Academic journal article Journal of Southeast Asian Studies

Rural Male Leadership, Religion and the Environment in Thailand's Mid-South, 1920s-1960s

Academic journal article Journal of Southeast Asian Studies

Rural Male Leadership, Religion and the Environment in Thailand's Mid-South, 1920s-1960s

Article excerpt

This paper takes up three themes that address religion, banditry, policing and the environment in the Thailand's mid-south from the late nineteenth century to the Second World War. Here the mid-south refers to Nakhon Si Thammarat, Phatthalung and Songkhla, and sometimes additionally Trang, which have been studied as a regional unit by local Thai historians, although the history of these provinces is necessarily intertwined with provinces to the north and south. The water world of the Songkhla lakes basin connecting Nakhon Si Thammarat, Phatthalung and Songkhla is the geographical setting for many of the events that took place. The fertile mid-south is an ethnically and religiously complex region where mainland and island Southeast Asia meet and form a distinctive cultural and economic zone. (1)

The first theme is the way rural society and the provinces have been treated by historians, both Thai and foreign. It is conventional wisdom that Thai historiography has experienced great difficulty in writing about the history of the peasantry, the countryside and the agricultural base of the country's economy with any degree of conviction. To the extent that attention has been paid to these matters, this particular sub-field in Thai historiography has long been dominated by economic historians. (2) There are exceptions of course, but a glance at the standard histories in English, particularly where society, agriculture and the peasantry form the backdrop for the elite politics that follows in later chapters, would bear out this generalisation. (3)

The meagre coverage of provincial history is partly a question of source material. The reforming government of the fifth Jakri king (r. 1868-1910) sought to centralise administration and record keeping. Its main interest in the provinces was to encourage and enforce conformity to the new Bangkok paradigm. Still, it took until the Second World War before some mechanisms to extract tax and appoint officials from the centre operated successfully in the provinces. Colonial governments elsewhere in Asia were more efficient in this regard, for they bequeathed an institutional memory, an archive, which has been exploited by subsequent generations of scholars to write about rural social relations and the peasantry. In Siam, what is now being called 'disguised' or 'camouflaged' colonialism (ana-nikhom amphrang) meant that the full apparatus of Western colonial administration never fell into place. (4) Conventional historiography has created an exceptional narrative of nation building that has become entrenched in academic as well as popular thinking. (5) The sovereignty retained by the Siamese monarch disguised the colonial conditions, although extraterritorial treaties, numerous Western advisers in key ministries, and indebtedness to the Western imperial powers and other measures seriously compromised that sovereignty. Record keeping only became more fulsome after the administrative reforms of the 1890s, so the archive left to posterity is not as detailed as it might otherwise have been under a colonial government. Land gazetteers, censuses, corvee lists (apart from Bangkok) and tax records hardly existed until the early twentieth century. If too much is made of the limitations of sources, however, important questions are never asked.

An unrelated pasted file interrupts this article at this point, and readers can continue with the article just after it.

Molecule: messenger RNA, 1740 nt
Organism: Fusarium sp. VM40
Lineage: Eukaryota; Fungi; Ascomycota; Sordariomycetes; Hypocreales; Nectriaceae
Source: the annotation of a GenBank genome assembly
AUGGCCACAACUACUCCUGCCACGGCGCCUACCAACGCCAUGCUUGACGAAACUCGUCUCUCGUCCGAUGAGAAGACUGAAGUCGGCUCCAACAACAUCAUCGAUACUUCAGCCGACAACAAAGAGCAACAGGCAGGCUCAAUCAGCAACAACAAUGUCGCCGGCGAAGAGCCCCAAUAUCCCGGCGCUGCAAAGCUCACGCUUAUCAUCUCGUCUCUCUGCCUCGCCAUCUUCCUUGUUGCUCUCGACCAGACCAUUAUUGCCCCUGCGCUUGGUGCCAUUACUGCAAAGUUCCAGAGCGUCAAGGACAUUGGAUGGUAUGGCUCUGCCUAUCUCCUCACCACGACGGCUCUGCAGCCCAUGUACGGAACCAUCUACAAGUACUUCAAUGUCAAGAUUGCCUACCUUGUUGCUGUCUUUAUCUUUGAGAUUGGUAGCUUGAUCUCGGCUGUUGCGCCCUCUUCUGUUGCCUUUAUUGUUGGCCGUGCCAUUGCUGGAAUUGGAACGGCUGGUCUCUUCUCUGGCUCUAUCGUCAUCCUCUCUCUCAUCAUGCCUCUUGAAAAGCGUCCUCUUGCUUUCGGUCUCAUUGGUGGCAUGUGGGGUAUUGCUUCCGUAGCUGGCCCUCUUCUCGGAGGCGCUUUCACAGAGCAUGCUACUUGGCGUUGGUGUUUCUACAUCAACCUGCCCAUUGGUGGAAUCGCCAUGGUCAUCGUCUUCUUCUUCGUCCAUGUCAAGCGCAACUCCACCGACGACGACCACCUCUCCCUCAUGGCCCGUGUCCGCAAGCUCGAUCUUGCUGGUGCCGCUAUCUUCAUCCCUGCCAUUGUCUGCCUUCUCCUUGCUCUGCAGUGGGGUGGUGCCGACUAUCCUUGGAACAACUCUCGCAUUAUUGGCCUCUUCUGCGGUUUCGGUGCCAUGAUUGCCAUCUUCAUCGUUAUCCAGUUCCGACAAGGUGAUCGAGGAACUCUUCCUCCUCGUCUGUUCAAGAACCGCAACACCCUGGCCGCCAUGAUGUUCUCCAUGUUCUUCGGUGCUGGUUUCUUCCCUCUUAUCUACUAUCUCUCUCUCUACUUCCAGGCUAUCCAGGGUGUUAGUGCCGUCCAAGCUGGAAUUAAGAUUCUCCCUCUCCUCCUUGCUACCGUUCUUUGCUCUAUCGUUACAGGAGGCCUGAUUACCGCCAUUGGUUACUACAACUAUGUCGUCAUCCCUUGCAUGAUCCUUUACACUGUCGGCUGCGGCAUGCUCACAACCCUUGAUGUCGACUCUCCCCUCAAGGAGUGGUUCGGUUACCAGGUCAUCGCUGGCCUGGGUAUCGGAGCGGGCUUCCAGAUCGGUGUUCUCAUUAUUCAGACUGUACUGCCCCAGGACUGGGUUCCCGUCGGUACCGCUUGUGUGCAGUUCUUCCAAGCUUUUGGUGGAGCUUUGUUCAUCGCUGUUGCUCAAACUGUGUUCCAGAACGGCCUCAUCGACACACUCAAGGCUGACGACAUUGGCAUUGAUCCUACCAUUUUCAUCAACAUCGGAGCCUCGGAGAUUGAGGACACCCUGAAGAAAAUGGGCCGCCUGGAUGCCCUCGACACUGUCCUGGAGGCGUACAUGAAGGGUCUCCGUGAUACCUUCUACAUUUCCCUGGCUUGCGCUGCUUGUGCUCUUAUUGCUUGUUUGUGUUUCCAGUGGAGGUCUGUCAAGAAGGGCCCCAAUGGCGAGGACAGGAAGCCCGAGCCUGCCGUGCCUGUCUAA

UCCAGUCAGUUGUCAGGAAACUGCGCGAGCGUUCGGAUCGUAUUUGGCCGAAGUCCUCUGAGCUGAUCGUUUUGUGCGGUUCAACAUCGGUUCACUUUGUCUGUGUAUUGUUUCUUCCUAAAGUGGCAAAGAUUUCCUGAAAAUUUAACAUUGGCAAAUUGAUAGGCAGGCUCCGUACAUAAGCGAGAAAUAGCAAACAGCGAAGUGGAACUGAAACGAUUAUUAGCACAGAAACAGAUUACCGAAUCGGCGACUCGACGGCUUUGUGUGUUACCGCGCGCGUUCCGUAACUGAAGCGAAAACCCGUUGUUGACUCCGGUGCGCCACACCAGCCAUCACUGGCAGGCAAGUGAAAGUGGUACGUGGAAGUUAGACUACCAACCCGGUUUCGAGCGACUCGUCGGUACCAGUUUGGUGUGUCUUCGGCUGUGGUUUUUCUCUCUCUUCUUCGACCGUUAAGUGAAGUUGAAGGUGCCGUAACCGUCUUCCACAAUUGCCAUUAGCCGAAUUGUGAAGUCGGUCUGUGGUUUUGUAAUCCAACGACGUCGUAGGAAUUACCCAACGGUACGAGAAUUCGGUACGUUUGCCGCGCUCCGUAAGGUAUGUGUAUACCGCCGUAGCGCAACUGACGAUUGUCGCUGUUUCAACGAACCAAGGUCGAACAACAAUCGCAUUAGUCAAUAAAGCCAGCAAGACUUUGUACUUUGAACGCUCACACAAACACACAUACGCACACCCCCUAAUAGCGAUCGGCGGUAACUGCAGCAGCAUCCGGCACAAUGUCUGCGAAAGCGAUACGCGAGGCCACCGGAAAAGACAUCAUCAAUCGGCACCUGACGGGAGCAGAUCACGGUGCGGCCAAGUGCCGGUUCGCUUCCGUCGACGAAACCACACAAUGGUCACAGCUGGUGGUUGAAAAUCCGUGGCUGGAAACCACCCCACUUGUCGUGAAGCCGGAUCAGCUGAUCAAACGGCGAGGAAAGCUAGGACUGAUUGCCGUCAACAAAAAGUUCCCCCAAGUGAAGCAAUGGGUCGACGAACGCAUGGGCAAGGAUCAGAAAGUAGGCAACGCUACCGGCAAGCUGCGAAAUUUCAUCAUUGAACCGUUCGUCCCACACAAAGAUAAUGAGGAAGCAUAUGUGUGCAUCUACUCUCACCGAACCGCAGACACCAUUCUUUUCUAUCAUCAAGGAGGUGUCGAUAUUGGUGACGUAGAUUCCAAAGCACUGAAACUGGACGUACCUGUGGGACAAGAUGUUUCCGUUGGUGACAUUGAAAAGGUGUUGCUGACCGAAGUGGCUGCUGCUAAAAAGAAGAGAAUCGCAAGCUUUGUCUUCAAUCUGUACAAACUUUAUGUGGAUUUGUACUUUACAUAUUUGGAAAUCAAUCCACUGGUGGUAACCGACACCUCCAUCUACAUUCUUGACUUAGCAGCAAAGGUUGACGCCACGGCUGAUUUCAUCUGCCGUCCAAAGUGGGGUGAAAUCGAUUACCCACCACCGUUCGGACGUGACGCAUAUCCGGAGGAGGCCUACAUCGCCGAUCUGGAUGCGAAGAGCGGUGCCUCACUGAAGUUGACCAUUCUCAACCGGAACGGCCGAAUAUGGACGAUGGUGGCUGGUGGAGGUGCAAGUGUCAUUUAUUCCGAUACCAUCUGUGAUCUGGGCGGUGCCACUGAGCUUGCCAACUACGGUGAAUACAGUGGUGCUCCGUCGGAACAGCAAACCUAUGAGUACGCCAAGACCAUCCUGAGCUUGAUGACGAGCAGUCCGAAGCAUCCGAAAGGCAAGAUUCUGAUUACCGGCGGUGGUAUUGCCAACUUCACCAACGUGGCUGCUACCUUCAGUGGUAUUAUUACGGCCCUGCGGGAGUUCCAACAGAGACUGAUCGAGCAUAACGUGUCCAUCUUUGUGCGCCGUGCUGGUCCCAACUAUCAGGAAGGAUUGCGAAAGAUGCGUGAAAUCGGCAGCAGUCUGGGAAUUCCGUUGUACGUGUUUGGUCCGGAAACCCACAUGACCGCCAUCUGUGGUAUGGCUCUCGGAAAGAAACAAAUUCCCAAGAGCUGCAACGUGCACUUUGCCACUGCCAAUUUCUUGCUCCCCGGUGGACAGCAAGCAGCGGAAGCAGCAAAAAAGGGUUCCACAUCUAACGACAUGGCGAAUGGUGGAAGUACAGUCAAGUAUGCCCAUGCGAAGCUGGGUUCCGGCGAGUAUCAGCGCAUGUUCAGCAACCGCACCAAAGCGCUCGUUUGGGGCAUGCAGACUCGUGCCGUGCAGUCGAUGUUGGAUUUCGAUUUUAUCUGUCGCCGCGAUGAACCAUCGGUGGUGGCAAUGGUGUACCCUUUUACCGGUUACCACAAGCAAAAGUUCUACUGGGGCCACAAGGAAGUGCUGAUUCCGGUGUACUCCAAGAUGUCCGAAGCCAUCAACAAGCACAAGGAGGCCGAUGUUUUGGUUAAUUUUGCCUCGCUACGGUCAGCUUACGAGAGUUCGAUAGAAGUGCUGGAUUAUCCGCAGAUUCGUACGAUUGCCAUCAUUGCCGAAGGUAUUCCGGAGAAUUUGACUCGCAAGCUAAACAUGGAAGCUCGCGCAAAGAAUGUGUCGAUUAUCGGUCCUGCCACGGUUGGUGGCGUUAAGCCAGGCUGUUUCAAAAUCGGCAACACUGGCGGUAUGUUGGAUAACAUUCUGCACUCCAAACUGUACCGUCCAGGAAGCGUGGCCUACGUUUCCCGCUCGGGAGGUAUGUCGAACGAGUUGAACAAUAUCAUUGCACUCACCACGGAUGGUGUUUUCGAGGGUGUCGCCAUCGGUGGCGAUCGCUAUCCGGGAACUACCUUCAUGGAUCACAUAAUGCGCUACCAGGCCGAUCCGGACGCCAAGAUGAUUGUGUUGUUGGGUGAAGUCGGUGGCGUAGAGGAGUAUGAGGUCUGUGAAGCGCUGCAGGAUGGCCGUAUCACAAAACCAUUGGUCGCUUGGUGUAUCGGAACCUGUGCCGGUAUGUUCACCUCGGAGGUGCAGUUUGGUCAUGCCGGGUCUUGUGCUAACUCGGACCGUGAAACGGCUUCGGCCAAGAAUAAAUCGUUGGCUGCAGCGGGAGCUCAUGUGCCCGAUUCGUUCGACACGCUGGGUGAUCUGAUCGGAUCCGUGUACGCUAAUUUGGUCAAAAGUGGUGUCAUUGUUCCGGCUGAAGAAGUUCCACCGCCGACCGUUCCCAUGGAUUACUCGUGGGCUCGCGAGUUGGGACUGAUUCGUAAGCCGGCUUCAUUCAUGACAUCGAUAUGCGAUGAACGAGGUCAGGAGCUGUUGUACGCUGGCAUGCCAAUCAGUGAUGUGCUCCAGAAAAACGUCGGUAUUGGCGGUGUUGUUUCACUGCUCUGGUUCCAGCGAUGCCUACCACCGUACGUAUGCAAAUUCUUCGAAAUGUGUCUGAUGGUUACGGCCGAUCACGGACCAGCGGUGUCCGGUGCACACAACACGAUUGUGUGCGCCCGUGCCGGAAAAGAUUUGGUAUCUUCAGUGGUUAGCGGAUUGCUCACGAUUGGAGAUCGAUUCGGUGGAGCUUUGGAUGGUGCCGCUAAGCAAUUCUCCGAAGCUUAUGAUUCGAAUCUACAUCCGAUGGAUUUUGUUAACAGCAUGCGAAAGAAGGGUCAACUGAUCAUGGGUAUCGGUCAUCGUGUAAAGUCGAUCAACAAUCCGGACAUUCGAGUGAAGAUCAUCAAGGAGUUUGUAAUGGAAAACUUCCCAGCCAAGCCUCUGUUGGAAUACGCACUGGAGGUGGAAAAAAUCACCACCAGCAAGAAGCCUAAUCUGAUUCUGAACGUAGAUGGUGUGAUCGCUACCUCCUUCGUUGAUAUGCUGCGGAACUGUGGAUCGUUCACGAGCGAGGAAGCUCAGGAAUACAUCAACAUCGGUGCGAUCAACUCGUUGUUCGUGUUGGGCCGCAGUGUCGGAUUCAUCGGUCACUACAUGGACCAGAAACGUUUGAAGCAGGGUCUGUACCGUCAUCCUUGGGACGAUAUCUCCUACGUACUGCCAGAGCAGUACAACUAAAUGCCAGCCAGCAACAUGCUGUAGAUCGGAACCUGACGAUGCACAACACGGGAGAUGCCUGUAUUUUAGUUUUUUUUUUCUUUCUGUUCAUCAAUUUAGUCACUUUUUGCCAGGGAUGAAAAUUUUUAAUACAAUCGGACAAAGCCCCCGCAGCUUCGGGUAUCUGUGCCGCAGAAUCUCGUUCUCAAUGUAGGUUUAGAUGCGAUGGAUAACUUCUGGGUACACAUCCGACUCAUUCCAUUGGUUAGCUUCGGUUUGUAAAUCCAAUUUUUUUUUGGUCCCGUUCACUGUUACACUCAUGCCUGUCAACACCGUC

The dearth of archival material is problematic enough, but, in addition, the gaze of Thai political and social historians has been riveted almost exclusively on the elite. This perspective stems from the court's dominance of historical writing over many centuries, but it is also the legacy of the Old Left intellectuals of the late 1940s and early 1950s, who were urban-based intellectuals with limited understanding of the social and economic problems in the countryside. As a result of the political changes of the mid-1970s and the brief episodes of participatory government at the time, this bias began to be corrected as the New Left returned from the maquis and took up academic appointments in Bangkok and in the expanding provincial universities. …

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